Monday, 16 March 2015

The High Cost of Being Unreasonable

All parties in litigation should be able to expect zealous representation from their lawyers.  But when does zealous become overzealous?  When do strategic decisions end up hurting the outcome?  The costs decision in Tossonian v. Cynphany Diamonds Inc. demonstrates how playing hard ball can be expensive.

As described in my earlier post on this case, the plaintiff had claimed that he had a 5-year contract with the employer, and that he should be entitled to damages based on the outstanding term of that contract when he was terminated after only 8 months' employment.  The trial judge found that the parties were not in agreement on a fixed-term contract; although the employer had signed two separate documents citing the 5-year term, these were provided solely for the purpose of assisting the plaintiff in getting a mortgage.  In the result, the plaintiff was awarded damages in lieu of 2 months' reasonable notice of termination.  Although his initial claim had been for over $400,000, which was whittled down to $175,000 at the start of trial, he ultimately recovered damages falling within the jurisdiction of the small claims court.  The judge sought submissions on the question of the parties' legal costs.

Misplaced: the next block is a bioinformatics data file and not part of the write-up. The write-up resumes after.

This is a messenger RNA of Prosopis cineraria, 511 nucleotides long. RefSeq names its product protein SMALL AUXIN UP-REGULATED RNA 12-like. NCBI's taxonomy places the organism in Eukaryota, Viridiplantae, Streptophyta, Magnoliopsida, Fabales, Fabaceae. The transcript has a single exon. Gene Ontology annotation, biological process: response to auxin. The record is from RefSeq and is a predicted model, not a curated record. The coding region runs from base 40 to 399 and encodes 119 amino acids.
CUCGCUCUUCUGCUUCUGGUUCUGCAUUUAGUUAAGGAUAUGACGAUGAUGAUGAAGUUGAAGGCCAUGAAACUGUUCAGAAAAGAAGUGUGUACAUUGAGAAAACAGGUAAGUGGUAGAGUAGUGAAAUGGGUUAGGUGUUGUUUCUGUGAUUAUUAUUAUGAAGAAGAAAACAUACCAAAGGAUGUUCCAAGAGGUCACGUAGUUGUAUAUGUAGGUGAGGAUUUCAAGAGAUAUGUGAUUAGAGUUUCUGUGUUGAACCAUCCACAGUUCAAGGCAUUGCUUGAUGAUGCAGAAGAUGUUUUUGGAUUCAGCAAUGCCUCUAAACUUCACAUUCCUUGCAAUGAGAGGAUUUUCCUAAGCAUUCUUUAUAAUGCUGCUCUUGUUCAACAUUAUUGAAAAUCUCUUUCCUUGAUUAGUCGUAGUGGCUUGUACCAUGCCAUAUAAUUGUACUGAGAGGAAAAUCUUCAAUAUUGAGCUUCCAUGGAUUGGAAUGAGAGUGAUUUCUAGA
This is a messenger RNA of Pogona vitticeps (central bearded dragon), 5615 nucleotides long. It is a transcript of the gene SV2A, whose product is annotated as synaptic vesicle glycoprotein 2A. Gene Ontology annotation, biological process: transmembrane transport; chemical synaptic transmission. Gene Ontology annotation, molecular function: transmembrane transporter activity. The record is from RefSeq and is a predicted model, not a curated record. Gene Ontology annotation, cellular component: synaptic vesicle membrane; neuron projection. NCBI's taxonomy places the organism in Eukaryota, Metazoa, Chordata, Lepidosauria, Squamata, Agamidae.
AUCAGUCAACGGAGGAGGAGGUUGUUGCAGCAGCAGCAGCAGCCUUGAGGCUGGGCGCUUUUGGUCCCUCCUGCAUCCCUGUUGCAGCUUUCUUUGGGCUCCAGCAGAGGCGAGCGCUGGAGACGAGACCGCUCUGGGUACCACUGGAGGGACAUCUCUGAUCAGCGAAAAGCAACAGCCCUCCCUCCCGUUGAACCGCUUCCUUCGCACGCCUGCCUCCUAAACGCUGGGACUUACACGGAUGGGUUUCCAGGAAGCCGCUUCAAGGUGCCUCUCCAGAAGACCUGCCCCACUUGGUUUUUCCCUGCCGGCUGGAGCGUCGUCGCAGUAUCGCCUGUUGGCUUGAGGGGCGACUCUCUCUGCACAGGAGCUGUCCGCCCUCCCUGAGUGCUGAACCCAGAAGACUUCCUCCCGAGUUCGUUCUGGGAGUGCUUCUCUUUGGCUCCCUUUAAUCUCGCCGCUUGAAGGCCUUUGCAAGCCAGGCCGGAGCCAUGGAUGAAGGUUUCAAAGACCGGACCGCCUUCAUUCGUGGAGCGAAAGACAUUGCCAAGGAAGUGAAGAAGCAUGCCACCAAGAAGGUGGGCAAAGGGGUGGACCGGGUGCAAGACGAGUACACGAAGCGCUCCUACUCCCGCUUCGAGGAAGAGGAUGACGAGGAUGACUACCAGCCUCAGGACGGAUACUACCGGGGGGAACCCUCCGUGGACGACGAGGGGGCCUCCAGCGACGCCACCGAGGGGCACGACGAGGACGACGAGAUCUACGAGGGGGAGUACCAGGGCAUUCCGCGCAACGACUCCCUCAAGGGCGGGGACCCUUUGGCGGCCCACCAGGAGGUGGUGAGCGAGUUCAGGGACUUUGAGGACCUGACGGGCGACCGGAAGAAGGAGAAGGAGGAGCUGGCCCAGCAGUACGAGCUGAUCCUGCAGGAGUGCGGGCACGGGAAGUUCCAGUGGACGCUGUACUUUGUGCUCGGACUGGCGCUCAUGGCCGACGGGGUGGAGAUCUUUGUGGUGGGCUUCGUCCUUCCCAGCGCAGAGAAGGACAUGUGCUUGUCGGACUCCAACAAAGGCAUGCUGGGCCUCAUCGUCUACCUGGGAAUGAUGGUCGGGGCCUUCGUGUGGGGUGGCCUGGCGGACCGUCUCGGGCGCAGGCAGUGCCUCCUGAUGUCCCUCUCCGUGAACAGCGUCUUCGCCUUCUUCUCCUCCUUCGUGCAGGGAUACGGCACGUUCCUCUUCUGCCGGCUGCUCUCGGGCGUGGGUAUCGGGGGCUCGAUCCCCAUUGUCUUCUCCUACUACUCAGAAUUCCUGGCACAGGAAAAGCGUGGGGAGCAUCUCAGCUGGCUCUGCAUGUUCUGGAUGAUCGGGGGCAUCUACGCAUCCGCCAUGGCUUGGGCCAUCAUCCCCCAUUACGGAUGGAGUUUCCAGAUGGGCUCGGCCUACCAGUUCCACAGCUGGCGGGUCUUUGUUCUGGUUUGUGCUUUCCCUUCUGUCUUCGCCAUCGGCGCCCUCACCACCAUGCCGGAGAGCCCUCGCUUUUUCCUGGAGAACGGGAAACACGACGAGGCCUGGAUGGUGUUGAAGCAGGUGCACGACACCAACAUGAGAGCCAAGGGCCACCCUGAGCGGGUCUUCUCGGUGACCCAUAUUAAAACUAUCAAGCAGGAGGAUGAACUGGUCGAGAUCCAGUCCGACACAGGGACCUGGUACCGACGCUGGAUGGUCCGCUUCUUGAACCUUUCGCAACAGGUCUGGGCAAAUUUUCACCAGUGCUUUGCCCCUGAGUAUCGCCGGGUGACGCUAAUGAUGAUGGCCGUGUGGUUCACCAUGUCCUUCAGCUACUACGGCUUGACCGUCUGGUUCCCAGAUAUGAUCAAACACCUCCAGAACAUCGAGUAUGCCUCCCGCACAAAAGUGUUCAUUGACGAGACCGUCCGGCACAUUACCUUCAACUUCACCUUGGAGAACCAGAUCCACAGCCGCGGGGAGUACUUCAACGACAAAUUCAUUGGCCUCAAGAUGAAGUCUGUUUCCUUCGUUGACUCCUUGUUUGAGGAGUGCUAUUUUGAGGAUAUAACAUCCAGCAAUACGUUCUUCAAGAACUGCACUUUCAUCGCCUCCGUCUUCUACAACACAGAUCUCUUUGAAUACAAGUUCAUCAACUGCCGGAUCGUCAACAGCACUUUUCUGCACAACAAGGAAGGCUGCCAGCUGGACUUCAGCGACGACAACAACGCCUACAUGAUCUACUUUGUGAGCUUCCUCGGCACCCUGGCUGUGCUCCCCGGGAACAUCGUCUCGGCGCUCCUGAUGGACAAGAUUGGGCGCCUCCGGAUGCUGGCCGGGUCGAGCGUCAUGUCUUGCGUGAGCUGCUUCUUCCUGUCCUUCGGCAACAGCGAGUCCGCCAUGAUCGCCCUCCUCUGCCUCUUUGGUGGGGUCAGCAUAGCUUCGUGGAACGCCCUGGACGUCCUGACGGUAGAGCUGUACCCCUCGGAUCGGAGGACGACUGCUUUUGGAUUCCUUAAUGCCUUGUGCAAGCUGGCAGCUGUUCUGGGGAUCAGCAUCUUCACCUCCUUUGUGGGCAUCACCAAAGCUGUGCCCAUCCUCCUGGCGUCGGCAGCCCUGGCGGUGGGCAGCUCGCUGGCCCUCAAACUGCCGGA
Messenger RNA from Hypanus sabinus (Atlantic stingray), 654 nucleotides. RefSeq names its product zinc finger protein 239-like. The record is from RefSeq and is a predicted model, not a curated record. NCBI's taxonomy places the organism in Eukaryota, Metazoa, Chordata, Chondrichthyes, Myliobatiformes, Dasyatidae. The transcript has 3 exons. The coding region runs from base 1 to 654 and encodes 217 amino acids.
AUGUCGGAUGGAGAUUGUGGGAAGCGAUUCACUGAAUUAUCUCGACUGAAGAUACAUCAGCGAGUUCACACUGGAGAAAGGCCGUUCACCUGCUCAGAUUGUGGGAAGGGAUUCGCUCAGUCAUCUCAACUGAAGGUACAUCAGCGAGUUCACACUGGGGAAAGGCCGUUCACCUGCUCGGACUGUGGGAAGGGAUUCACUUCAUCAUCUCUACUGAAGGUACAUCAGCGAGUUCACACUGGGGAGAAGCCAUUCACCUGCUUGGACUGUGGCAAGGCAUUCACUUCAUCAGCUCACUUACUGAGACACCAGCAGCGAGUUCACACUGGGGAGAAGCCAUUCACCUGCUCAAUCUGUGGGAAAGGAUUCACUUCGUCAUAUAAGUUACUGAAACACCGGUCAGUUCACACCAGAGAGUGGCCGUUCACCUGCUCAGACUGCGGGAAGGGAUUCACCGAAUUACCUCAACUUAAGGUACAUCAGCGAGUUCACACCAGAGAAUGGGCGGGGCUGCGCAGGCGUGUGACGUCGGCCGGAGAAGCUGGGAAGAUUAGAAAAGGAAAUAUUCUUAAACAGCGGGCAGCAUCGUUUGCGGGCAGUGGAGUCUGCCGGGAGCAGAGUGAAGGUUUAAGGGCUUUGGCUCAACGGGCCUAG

In this follow-up decision, the judge's displeasure with the fact that the defendant "played hard ball throughout the litigation" came through loud and clear.  First, the judge found that there was good reason for the plaintiff to allege the existence of a 5-year contract, based on the documents that the employer had signed.  Second, the defendant's own trial tactics had unnecessarily incurred costs and lengthened the trial.  The defendant brought a motion for security for costs and another for the issuance of an interprovincial summons (to the plaintiff's wife), both of which failed.  The defendant also argued a number of "largely unmeritorious evidentiary and procedural objections". All of these measures served to extend a 4 - 5 day trial to 7 days.  Finally, the employer failed to make a reasonable effort to resolve the matter.  As the judge observed, a "commercially astute party in the position of the defendant" would have offered more than the $3,000 (inclusive of interest and costs) that the employer put on the table.

The result?  The employer was ordered to pay the plaintiff's costs on a "partial indemnity" basis to the tune of over $90,000, despite the fact that his damages award was less than $15,000.  The employer was also still responsible for its own legal fees, which exceeded $140,000 for the trial alone.

The message is clear.  Judicial resources are limited.  Parties who waste court time, whether  by failing to engage in good faith efforts to settle cases or by prolonging trial through litigation "tactics", can expect to be sanctioned.  As this decision illustrates, being legally right is often not as important as being reasonable.

Do you need sound legal advice on a labour or employment law issue?  Need representation that is diligent without being unreasonable?  Contact Lance Ceaser for expert guidance.

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